EFSA looks to weigh up the pros and cons of crowdsourcing tools

By Jane Byrne contact

- Last updated on GMT

EFSA wants to identify the crowd that could be successfully engaged to perform crowdsourcing in areas relevant to its risk assessment activities. [pic: (c) istock.com/ilyast]
EFSA wants to identify the crowd that could be successfully engaged to perform crowdsourcing in areas relevant to its risk assessment activities. [pic: (c) istock.com/ilyast]

Related tags: Risk, Efsa

EFSA has extended the deadline to mid-January 2016 on its tender seeking a contractor to undertake a scoping exercise on food and feed risk assessment using crowdsourcing tools. 

The European Food Safety Authority (EFSA) said crowdsourcing could represent an ‘interesting’ means of it becoming an ‘open’ organization in that it would receive direct, meaningful contributions from individuals and groups beyond its panels and committee.

The aim of its procurement procedure​, according to the tender specifications, is to explore the possibilities of citizen science and crowdsourcing through innovative use of technology.

EFSA wants the winner of the tender to provide “an inventory of successful experience”​ of crowdsourcing in scientific areas relevant to EFSA’s risk assessment activities as well as outlining the risks and benefits for the Authority of levering such technology.

It said the contractor assigned must also identify what motivated those particular crowds to participate.

The Authority noted greater complexity, where the analysis of big data is becoming a fundamental feature of scientific research, and increasing urgency imply considerable resource investments, both in financial and human capital terms, to provide scientific advice.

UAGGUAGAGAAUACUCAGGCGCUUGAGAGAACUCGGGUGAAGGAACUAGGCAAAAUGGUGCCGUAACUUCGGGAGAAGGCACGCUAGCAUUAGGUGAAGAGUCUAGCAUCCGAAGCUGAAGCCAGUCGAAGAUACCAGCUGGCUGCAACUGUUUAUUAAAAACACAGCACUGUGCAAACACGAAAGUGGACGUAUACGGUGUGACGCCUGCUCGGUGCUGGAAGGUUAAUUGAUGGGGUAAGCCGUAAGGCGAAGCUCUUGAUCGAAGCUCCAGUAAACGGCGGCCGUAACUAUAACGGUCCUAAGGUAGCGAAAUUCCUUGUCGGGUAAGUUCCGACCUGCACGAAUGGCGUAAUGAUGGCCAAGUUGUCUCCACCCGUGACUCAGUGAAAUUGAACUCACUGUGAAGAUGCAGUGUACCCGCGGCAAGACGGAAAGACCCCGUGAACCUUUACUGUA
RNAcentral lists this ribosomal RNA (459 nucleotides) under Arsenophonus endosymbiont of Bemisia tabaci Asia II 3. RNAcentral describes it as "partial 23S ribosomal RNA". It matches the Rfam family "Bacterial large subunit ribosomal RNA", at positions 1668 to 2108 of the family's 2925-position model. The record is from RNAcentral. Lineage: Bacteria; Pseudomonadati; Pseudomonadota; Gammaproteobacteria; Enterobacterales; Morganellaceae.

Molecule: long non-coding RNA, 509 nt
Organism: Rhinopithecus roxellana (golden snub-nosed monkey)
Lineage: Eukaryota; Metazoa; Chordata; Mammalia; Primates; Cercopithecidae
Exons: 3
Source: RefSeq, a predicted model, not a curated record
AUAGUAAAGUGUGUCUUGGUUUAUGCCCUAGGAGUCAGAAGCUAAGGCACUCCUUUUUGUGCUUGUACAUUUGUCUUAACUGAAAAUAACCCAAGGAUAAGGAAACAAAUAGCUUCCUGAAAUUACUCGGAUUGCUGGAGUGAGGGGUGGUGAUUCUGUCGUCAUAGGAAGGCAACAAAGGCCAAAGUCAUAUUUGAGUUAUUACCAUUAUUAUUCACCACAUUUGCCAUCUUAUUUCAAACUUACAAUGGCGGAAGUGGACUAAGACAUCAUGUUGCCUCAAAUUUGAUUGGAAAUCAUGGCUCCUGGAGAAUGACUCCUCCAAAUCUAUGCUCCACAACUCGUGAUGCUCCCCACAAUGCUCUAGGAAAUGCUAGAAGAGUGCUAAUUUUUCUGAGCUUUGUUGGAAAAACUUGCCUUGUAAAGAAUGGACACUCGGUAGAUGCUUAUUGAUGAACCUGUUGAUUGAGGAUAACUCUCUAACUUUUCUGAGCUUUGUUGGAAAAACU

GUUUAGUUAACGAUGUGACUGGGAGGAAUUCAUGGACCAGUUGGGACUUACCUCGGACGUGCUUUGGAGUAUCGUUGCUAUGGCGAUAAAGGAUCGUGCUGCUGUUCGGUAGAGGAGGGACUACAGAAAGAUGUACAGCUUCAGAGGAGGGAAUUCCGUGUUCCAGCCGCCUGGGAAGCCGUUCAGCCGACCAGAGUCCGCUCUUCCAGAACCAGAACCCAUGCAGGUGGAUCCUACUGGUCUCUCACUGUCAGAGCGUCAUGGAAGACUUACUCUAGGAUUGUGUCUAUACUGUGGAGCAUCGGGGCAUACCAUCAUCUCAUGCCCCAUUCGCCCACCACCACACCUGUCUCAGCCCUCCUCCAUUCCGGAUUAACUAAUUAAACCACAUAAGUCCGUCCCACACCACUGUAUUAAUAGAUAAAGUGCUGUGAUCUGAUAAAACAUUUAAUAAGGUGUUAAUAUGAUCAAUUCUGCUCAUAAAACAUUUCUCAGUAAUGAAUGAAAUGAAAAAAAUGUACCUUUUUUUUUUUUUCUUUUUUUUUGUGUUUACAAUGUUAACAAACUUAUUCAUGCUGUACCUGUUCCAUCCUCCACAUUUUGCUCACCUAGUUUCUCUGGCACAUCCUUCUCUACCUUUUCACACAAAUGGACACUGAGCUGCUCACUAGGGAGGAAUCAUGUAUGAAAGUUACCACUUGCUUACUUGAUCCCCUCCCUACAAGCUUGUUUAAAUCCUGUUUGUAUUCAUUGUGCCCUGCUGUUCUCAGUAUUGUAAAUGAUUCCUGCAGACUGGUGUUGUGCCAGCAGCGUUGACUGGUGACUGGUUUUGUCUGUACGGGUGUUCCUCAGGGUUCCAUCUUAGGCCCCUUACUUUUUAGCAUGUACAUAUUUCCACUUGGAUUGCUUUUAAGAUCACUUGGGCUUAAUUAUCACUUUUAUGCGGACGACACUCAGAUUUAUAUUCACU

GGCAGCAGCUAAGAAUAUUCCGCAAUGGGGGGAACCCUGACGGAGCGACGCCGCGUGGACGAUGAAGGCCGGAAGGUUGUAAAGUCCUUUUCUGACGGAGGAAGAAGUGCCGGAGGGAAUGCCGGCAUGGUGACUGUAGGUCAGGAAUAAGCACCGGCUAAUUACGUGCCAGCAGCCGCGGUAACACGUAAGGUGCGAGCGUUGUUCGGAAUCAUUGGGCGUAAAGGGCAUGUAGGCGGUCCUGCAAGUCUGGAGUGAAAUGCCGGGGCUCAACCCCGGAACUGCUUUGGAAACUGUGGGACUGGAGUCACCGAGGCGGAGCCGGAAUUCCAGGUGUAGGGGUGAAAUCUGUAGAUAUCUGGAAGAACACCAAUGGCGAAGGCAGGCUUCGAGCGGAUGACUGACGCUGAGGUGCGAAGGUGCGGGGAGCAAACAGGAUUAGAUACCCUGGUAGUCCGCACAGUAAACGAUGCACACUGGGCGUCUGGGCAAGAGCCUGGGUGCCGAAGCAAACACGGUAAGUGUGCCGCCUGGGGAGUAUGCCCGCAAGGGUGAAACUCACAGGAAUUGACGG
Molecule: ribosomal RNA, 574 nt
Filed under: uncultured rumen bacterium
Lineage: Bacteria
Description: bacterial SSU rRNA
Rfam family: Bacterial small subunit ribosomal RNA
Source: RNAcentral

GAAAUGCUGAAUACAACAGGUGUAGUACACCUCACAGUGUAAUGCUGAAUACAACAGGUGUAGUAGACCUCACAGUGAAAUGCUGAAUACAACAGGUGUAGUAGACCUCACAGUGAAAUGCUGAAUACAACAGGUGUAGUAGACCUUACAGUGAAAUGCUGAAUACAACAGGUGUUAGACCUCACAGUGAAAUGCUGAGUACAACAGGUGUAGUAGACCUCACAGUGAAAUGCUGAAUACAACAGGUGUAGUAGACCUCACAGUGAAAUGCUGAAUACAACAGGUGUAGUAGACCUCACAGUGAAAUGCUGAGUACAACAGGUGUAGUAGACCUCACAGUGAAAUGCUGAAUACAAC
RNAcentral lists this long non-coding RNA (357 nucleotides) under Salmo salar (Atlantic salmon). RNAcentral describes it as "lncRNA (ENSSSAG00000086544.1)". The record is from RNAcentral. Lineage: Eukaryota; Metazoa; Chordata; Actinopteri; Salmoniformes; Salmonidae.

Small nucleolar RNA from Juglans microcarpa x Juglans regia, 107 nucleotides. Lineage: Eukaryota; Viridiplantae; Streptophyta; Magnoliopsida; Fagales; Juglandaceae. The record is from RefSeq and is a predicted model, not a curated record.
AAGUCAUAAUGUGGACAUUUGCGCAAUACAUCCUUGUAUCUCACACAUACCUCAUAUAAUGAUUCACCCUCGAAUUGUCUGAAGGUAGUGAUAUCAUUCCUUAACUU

The company awarded this scoping exercise must also implement two crowdsourcing pilot tests — the exact nature of which would be finalized after discussion with EFSA, according to the tender document:

“The pilot studies would not necessarily require the development of a crowdsourcing IT platform. The contractor shall assess the existing crowdsourcing platforms in order to identify systems that could be suitable for implementing the pilot studies ….The results should be obtained, reviewed and presented in a report with a detailed section on lessons learnt.”

Stakeholder views sought  

The firm awarded the tender must also identify the crowd that could be successfully engaged to perform crowdsourcing in areas relevant to EFSA’s risk assessment activities. 

EFSA also wants an evaluation of how its stakeholders would perceive the use of crowdsourcing in its risk assessment work.

The EFSA tender specifications noted greater involvement and participation of a wider community could also hide potential risks, such as disproportionate influence of a limited number of actors or loss of control by the Authority over the content of a document.

The EFSA crowdsourcing tender process was launched in October 2015.

Related topics: Regulation & Policy

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